gingersnaps (4 of 4)

The front three portions of the book are comprised with all the ins and outs of the various growing, roasting and brewing methods. The read is a real learning experience from farm to cup, and left me realizing just how technical and scientific every single stage of the process can get. If you’re at all curious about about French Press vs. Pour Over, about the culture in Japan, about how certain beans pick up their fruity flavor, the differences between a Brazilian cup vs. a Hawaiian, or simply how to produce one of the best batches of gingerbread cookies you’ll ever taste, then you’ll likely find this book to be a well-warranted purchase.

If you don’t care about all that technical coffee know-how, and just want the phenomenal gingerbread recipe I just mentioned, read on my friend. Crafted by Caitlin Freeman, Blue Bottle’s head pastry chef, these were some of the best gingerbread cookies I’ve ever had. Crispy on the edges and perfectly chewy in the center, these will definitely shine — even when placed next to a top notch cappuccino. To get all of Blue Bottle’s recipes, and to learn how to properly roast those green coffee beans from my last post, you’ll have to buy the book. Or put it on your Christmas list.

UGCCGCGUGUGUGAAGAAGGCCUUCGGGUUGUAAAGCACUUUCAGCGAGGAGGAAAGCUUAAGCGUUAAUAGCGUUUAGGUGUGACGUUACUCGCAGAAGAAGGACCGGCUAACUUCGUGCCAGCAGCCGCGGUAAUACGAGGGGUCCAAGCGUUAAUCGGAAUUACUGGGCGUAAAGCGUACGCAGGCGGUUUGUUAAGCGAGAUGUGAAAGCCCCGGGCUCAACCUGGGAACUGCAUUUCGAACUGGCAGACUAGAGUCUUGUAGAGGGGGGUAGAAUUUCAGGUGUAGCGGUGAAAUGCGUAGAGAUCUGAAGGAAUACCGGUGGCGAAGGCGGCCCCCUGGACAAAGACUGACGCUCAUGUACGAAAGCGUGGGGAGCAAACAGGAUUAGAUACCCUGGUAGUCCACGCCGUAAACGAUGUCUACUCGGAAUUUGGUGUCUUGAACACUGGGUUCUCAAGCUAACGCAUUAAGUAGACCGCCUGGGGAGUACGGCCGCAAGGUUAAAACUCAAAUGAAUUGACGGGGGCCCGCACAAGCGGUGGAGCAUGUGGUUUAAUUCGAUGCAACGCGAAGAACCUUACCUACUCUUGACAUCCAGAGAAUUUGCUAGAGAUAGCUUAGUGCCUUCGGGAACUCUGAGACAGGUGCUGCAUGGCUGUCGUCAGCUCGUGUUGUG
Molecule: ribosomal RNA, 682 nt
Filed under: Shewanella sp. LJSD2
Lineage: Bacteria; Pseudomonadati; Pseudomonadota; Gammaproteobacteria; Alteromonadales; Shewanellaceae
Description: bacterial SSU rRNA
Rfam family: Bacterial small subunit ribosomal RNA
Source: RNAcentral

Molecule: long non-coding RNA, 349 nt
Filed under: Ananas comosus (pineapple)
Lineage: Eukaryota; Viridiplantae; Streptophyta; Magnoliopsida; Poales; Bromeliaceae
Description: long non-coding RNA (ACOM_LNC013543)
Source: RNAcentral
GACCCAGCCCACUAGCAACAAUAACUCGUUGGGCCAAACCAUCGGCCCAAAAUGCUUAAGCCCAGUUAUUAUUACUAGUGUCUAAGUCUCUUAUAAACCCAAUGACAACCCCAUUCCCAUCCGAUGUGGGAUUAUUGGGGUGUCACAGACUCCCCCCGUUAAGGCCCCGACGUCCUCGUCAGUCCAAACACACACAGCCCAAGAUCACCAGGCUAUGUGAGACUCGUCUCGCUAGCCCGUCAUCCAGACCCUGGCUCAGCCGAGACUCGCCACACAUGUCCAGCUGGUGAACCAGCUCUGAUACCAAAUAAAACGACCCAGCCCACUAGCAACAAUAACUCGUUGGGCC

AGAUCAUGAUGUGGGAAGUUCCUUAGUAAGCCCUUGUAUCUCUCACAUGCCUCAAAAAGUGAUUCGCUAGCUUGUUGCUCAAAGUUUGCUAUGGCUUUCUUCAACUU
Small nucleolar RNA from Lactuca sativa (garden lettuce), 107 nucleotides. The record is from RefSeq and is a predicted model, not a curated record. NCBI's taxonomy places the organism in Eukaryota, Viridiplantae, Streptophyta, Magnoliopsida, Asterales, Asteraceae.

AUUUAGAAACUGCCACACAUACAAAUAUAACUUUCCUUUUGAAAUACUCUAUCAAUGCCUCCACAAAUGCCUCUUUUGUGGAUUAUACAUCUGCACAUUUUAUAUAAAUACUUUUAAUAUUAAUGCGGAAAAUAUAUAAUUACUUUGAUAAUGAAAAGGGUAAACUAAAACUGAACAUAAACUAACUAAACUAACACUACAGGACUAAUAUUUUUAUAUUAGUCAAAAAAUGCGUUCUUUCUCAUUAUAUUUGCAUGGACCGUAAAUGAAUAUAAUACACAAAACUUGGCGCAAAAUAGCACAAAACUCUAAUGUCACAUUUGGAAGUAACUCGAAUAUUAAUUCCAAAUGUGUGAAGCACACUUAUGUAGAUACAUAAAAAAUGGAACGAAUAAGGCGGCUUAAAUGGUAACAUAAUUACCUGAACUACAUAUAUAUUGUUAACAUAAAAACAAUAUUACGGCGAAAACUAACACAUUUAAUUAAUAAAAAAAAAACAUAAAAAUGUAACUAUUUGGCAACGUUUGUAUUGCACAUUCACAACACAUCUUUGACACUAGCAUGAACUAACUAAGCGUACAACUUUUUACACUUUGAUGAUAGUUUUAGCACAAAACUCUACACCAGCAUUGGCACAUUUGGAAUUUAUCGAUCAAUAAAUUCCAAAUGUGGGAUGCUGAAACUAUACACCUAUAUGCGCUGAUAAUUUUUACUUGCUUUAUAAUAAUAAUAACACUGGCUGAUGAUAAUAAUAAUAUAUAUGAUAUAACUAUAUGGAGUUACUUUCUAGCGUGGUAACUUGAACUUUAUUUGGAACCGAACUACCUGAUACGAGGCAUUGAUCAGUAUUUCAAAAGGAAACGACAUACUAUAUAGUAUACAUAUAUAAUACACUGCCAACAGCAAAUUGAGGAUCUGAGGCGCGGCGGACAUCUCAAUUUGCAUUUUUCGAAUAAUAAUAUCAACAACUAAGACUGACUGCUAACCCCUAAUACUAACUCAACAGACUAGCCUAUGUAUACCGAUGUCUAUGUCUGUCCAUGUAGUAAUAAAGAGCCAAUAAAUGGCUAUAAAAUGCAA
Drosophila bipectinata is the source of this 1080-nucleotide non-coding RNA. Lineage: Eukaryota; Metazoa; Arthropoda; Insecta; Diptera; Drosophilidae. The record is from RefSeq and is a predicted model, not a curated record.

Click here for recipe…

Flourless Vegan Pumpkin Chocolate Chip Cookies

Pumpkin dessert on Thanksgiving is a must. Generally, I’d say there has to be pie, however, no one said you shouldn’t have options – or two desserts on your plate. These pumpkin cookies make a rather fine second choice for the table, especially for vegans and gluten-free’s.